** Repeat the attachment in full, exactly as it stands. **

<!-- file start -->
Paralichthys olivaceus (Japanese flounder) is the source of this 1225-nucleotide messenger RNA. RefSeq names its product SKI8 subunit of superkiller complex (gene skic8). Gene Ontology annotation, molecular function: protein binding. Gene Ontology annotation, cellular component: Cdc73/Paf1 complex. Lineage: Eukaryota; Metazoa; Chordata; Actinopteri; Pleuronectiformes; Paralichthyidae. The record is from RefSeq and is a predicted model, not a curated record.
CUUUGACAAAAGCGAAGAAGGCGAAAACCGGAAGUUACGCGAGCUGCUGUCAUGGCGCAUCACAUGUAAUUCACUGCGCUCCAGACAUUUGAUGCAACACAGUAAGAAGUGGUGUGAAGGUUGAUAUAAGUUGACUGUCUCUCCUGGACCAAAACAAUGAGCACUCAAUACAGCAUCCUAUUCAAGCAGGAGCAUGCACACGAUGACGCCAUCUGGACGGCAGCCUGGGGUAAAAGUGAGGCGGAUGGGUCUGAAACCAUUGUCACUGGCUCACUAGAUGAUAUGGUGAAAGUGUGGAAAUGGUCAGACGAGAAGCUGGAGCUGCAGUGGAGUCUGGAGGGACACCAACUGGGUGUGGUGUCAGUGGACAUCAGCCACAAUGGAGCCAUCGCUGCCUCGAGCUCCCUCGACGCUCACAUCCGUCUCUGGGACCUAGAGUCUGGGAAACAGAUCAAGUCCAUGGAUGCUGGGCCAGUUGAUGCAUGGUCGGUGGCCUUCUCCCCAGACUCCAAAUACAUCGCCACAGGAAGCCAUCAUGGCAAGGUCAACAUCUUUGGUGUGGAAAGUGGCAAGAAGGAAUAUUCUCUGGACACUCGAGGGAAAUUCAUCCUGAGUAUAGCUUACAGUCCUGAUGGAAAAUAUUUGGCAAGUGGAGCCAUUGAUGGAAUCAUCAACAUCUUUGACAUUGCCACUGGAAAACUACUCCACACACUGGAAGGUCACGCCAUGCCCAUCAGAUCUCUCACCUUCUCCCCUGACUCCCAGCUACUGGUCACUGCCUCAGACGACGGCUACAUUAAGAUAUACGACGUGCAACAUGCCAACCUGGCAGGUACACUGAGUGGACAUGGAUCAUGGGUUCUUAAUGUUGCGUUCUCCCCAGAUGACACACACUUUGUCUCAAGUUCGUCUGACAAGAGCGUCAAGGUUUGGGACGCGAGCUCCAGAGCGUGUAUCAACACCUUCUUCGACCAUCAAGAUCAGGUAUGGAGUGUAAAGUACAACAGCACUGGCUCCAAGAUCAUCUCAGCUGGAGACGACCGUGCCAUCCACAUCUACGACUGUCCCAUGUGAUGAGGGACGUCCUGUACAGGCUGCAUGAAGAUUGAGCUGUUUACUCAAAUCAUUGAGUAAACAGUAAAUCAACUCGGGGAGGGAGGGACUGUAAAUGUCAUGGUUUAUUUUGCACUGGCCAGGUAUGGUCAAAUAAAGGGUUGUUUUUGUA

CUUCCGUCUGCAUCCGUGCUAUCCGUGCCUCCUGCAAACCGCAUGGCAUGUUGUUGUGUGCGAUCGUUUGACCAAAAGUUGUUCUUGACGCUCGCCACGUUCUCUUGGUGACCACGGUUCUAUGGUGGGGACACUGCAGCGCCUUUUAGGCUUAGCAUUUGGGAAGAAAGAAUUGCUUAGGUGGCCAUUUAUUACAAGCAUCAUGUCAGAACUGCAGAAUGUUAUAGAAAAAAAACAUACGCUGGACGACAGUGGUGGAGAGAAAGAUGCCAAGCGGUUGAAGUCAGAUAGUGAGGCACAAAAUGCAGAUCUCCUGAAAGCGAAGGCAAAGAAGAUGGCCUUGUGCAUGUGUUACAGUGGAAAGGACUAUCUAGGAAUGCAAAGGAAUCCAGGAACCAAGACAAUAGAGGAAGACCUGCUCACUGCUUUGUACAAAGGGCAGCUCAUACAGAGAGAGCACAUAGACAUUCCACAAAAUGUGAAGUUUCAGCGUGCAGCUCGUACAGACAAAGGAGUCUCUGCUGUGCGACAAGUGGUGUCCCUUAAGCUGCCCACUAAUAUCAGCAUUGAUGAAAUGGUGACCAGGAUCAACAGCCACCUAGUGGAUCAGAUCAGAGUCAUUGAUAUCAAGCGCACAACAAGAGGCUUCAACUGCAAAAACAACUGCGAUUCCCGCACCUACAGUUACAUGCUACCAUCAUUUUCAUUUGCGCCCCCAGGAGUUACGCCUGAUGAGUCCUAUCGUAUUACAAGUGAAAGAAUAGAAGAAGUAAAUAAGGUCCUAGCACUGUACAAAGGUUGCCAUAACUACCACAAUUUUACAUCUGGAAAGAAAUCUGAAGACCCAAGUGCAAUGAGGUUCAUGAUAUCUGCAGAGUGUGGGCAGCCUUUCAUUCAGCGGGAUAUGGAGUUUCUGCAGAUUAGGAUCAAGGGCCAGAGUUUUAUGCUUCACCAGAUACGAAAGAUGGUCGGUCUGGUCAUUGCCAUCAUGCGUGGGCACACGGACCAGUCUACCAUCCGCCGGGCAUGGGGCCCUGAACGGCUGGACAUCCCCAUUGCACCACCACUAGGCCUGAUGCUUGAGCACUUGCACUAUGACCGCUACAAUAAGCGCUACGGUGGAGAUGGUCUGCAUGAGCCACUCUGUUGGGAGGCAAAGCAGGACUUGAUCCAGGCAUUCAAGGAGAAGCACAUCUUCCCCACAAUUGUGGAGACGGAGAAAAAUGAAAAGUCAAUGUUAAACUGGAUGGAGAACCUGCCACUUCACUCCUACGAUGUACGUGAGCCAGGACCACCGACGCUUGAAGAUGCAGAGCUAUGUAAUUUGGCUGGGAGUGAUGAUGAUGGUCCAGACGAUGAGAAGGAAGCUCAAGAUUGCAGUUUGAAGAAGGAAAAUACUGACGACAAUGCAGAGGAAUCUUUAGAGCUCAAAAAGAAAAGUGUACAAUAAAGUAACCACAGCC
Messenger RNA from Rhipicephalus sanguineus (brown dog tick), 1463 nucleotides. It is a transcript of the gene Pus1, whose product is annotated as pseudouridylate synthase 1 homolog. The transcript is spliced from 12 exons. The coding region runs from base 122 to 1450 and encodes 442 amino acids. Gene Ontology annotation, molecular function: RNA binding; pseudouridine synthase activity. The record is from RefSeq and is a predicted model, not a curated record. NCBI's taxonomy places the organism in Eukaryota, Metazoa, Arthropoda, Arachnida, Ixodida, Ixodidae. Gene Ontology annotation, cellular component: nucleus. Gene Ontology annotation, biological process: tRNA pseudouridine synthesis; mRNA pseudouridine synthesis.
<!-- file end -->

Paralichthys olivaceus (Japanese flounder) is the source of this 1225-nucleotide messenger RNA. RefSeq names its product SKI8 subunit of superkiller complex (gene skic8). Gene Ontology annotation, molecular function: protein binding. Gene Ontology annotation, cellular component: Cdc73/Paf1 complex. Lineage: Eukaryota; Metazoa; Chordata; Actinopteri; Pleuronectiformes; Paralichthyidae. The record is from RefSeq and is a predicted model, not a curated record.
CUUUGACAAAAGCGAAGAAGGCGAAAACCGGAAGUUACGCGAGCUGCUGUCAUGGCGCAUCACAUGUAAUUCACUGCGCUCCAGACAUUUGAUGCAACACAGUAAGAAGUGGUGUGAAGGUUGAUAUAAGUUGACUGUCUCUCCUGGACCAAAACAAUGAGCACUCAAUACAGCAUCCUAUUCAAGCAGGAGCAUGCACACGAUGACGCCAUCUGGACGGCAGCCUGGGGUAAAAGUGAGGCGGAUGGGUCUGAAACCAUUGUCACUGGCUCACUAGAUGAUAUGGUGAAAGUGUGGAAAUGGUCAGACGAGAAGCUGGAGCUGCAGUGGAGUCUGGAGGGACACCAACUGGGUGUGGUGUCAGUGGACAUCAGCCACAAUGGAGCCAUCGCUGCCUCGAGCUCCCUCGACGCUCACAUCCGUCUCUGGGACCUAGAGUCUGGGAAACAGAUCAAGUCCAUGGAUGCUGGGCCAGUUGAUGCAUGGUCGGUGGCCUUCUCCCCAGACUCCAAAUACAUCGCCACAGGAAGCCAUCAUGGCAAGGUCAACAUCUUUGGUGUGGAAAGUGGCAAGAAGGAAUAUUCUCUGGACACUCGAGGGAAAUUCAUCCUGAGUAUAGCUUACAGUCCUGAUGGAAAAUAUUUGGCAAGUGGAGCCAUUGAUGGAAUCAUCAACAUCUUUGACAUUGCCACUGGAAAACUACUCCACACACUGGAAGGUCACGCCAUGCCCAUCAGAUCUCUCACCUUCUCCCCUGACUCCCAGCUACUGGUCACUGCCUCAGACGACGGCUACAUUAAGAUAUACGACGUGCAACAUGCCAACCUGGCAGGUACACUGAGUGGACAUGGAUCAUGGGUUCUUAAUGUUGCGUUCUCCCCAGAUGACACACACUUUGUCUCAAGUUCGUCUGACAAGAGCGUCAAGGUUUGGGACGCGAGCUCCAGAGCGUGUAUCAACACCUUCUUCGACCAUCAAGAUCAGGUAUGGAGUGUAAAGUACAACAGCACUGGCUCCAAGAUCAUCUCAGCUGGAGACGACCGUGCCAUCCACAUCUACGACUGUCCCAUGUGAUGAGGGACGUCCUGUACAGGCUGCAUGAAGAUUGAGCUGUUUACUCAAAUCAUUGAGUAAACAGUAAAUCAACUCGGGGAGGGAGGGACUGUAAAUGUCAUGGUUUAUUUUGCACUGGCCAGGUAUGGUCAAAUAAAGGGUUGUUUUUGUA

CUUCCGUCUGCAUCCGUGCUAUCCGUGCCUCCUGCAAACCGCAUGGCAUGUUGUUGUGUGCGAUCGUUUGACCAAAAGUUGUUCUUGACGCUCGCCACGUUCUCUUGGUGACCACGGUUCUAUGGUGGGGACACUGCAGCGCCUUUUAGGCUUAGCAUUUGGGAAGAAAGAAUUGCUUAGGUGGCCAUUUAUUACAAGCAUCAUGUCAGAACUGCAGAAUGUUAUAGAAAAAAAACAUACGCUGGACGACAGUGGUGGAGAGAAAGAUGCCAAGCGGUUGAAGUCAGAUAGUGAGGCACAAAAUGCAGAUCUCCUGAAAGCGAAGGCAAAGAAGAUGGCCUUGUGCAUGUGUUACAGUGGAAAGGACUAUCUAGGAAUGCAAAGGAAUCCAGGAACCAAGACAAUAGAGGAAGACCUGCUCACUGCUUUGUACAAAGGGCAGCUCAUACAGAGAGAGCACAUAGACAUUCCACAAAAUGUGAAGUUUCAGCGUGCAGCUCGUACAGACAAAGGAGUCUCUGCUGUGCGACAAGUGGUGUCCCUUAAGCUGCCCACUAAUAUCAGCAUUGAUGAAAUGGUGACCAGGAUCAACAGCCACCUAGUGGAUCAGAUCAGAGUCAUUGAUAUCAAGCGCACAACAAGAGGCUUCAACUGCAAAAACAACUGCGAUUCCCGCACCUACAGUUACAUGCUACCAUCAUUUUCAUUUGCGCCCCCAGGAGUUACGCCUGAUGAGUCCUAUCGUAUUACAAGUGAAAGAAUAGAAGAAGUAAAUAAGGUCCUAGCACUGUACAAAGGUUGCCAUAACUACCACAAUUUUACAUCUGGAAAGAAAUCUGAAGACCCAAGUGCAAUGAGGUUCAUGAUAUCUGCAGAGUGUGGGCAGCCUUUCAUUCAGCGGGAUAUGGAGUUUCUGCAGAUUAGGAUCAAGGGCCAGAGUUUUAUGCUUCACCAGAUACGAAAGAUGGUCGGUCUGGUCAUUGCCAUCAUGCGUGGGCACACGGACCAGUCUACCAUCCGCCGGGCAUGGGGCCCUGAACGGCUGGACAUCCCCAUUGCACCACCACUAGGCCUGAUGCUUGAGCACUUGCACUAUGACCGCUACAAUAAGCGCUACGGUGGAGAUGGUCUGCAUGAGCCACUCUGUUGGGAGGCAAAGCAGGACUUGAUCCAGGCAUUCAAGGAGAAGCACAUCUUCCCCACAAUUGUGGAGACGGAGAAAAAUGAAAAGUCAAUGUUAAACUGGAUGGAGAACCUGCCACUUCACUCCUACGAUGUACGUGAGCCAGGACCACCGACGCUUGAAGAUGCAGAGCUAUGUAAUUUGGCUGGGAGUGAUGAUGAUGGUCCAGACGAUGAGAAGGAAGCUCAAGAUUGCAGUUUGAAGAAGGAAAAUACUGACGACAAUGCAGAGGAAUCUUUAGAGCUCAAAAAGAAAAGUGUACAAUAAAGUAACCACAGCC
Messenger RNA from Rhipicephalus sanguineus (brown dog tick), 1463 nucleotides. It is a transcript of the gene Pus1, whose product is annotated as pseudouridylate synthase 1 homolog. The transcript is spliced from 12 exons. The coding region runs from base 122 to 1450 and encodes 442 amino acids. Gene Ontology annotation, molecular function: RNA binding; pseudouridine synthase activity. The record is from RefSeq and is a predicted model, not a curated record. NCBI's taxonomy places the organism in Eukaryota, Metazoa, Arthropoda, Arachnida, Ixodida, Ixodidae. Gene Ontology annotation, cellular component: nucleus. Gene Ontology annotation, biological process: tRNA pseudouridine synthesis; mRNA pseudouridine synthesis.